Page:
THE letter (February 4) by several of my esteemed colleagues regarding the welcome non-appearance of Franklin Graham mystifies me. They attempt to tie Franklin to the meetings run under the auspices of his late dad, Billy Graham. Having been a fire steward at Celtic Park when Billy preached there some years ago I can say that the famous Billy showed none of the arrogance of his son. Billy was humble and spoke to me and my team every night.

However, Franklin has displayed disdain and has provided a theological basis for homophobia. Accusing the council and those bodies which objected to Mr Graham’s visit of being intolerant and of moving towards what they term a “less free society” is entirely disingenuous. They need to learn that there is a difference between freedom of speech and freedom of thought.

My colleagues have joined Franklin Graham in providing a theological justification for homophobia. They need to go and read about our boss (remember him). My colleagues do not speak for me or for any disciple of Christ. They serve only their theological egos.

Revd John Nugent, Wick.

THE cancellation of Franklin Graham's venue booking in Glasgow is presented by correspondents as antithetical to freedom of speech. It is not.

Mr Graham has called the "homosexual agenda" a threat to children, has endorsed pulling children out of schools which present LGBTs in any kind of positive light and wants his audiences, including children, to believe that homosexual relations will be punished by his "loving" god with eternal torture.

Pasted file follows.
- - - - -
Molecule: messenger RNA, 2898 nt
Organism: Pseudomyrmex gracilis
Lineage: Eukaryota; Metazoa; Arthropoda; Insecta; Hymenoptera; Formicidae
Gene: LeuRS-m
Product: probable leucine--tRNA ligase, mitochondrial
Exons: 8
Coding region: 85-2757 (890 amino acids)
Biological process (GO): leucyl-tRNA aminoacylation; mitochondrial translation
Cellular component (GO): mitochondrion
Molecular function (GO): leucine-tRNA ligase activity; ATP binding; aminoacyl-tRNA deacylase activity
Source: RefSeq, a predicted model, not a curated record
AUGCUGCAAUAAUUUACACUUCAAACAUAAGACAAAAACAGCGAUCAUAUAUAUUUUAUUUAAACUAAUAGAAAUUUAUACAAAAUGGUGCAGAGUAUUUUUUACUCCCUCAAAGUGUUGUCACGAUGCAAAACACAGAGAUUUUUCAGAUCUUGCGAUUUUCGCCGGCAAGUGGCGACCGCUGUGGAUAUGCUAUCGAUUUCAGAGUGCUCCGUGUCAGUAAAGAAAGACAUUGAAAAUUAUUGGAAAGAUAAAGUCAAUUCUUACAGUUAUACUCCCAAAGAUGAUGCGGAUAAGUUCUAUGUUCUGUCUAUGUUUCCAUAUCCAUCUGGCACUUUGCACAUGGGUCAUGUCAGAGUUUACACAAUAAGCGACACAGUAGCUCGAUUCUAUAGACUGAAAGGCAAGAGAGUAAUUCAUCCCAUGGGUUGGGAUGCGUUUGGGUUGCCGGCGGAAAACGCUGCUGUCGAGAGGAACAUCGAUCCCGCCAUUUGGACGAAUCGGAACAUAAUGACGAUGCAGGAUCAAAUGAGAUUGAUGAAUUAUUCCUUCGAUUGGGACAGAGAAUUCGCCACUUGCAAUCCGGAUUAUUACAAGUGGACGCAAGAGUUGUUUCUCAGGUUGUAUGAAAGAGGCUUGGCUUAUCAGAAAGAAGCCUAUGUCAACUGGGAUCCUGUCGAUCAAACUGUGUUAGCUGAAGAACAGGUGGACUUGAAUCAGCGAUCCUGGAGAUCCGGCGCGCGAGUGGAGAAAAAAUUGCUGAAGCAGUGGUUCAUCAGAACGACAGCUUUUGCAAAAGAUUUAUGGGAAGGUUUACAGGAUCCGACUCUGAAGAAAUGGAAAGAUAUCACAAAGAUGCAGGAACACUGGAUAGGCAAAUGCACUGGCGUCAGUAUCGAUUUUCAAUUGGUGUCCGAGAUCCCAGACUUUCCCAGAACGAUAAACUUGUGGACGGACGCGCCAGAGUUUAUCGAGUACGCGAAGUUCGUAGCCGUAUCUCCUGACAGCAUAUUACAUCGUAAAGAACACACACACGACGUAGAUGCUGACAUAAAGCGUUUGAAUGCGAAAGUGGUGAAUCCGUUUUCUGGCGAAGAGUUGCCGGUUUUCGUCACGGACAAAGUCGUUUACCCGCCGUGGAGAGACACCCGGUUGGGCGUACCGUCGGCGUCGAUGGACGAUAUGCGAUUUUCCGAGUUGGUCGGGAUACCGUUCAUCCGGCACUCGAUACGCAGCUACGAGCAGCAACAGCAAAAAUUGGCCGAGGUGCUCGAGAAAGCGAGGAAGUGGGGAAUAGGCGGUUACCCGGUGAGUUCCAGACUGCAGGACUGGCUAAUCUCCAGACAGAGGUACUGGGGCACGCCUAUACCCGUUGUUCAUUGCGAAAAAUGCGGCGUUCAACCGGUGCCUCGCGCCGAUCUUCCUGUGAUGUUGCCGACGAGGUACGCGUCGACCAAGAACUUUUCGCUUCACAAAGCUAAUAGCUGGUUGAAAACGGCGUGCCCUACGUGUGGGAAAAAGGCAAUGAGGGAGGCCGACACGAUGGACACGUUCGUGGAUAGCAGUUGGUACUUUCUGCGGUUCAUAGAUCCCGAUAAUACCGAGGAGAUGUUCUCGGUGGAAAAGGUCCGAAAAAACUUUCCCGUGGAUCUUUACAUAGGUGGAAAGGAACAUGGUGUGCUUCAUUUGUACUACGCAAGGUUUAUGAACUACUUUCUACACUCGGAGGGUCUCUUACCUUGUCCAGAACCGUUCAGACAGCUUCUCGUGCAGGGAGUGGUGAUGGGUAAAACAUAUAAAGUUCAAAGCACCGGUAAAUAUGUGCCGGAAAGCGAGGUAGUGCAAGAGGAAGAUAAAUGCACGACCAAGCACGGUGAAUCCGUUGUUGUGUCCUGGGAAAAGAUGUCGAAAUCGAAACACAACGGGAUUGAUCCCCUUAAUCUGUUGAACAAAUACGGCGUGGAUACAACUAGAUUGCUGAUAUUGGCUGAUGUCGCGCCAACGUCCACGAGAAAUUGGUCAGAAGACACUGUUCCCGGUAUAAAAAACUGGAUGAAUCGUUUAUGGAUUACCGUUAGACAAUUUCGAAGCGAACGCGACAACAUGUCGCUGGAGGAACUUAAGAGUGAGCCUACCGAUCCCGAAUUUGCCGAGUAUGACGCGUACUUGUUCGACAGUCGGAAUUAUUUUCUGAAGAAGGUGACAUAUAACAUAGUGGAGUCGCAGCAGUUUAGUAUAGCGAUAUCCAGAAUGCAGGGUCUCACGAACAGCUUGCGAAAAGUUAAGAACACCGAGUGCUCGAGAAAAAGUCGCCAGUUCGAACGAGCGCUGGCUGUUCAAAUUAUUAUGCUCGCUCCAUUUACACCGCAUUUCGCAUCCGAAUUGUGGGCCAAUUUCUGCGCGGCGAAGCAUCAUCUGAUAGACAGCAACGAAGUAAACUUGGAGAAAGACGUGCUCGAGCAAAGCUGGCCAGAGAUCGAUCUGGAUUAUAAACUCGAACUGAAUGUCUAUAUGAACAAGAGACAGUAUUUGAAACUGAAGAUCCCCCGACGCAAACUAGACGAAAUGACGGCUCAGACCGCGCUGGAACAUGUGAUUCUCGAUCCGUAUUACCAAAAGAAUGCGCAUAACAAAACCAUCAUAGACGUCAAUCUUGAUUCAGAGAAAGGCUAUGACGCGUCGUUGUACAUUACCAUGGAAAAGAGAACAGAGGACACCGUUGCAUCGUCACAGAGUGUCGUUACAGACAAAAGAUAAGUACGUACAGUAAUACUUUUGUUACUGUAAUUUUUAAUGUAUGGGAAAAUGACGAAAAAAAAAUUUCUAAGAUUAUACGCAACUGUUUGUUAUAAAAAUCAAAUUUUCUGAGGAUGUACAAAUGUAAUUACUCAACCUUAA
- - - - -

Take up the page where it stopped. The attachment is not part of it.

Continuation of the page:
This aspect of his preaching is toxic enough to justify venue managers' moves to protect their own freedom not to host it.

The cancellation of a booking does not deprive Mr Franklin of speech, and any church leaders who see his message as wholly Christian are free to offer their churches as perfectly suitable places for it.

Moreover, if they conflate freedom of speech with freedom of venue booking, they could show their commitment to both by allowing LGBT activists to hold events in their churches. Or would they prefer the freedom of speech to say "No"?

Robert Canning, Chair of Secular Scotland, Edinburgh EH1.

IN reply to Joseph Yule (Letters, February 5) this heterosexual, practising (i.e. still hoping to get better at it) Methodist pensioner thinks there's nothing either hopeful or lovable about homophobia.

Rachel Martin, Musselburgh.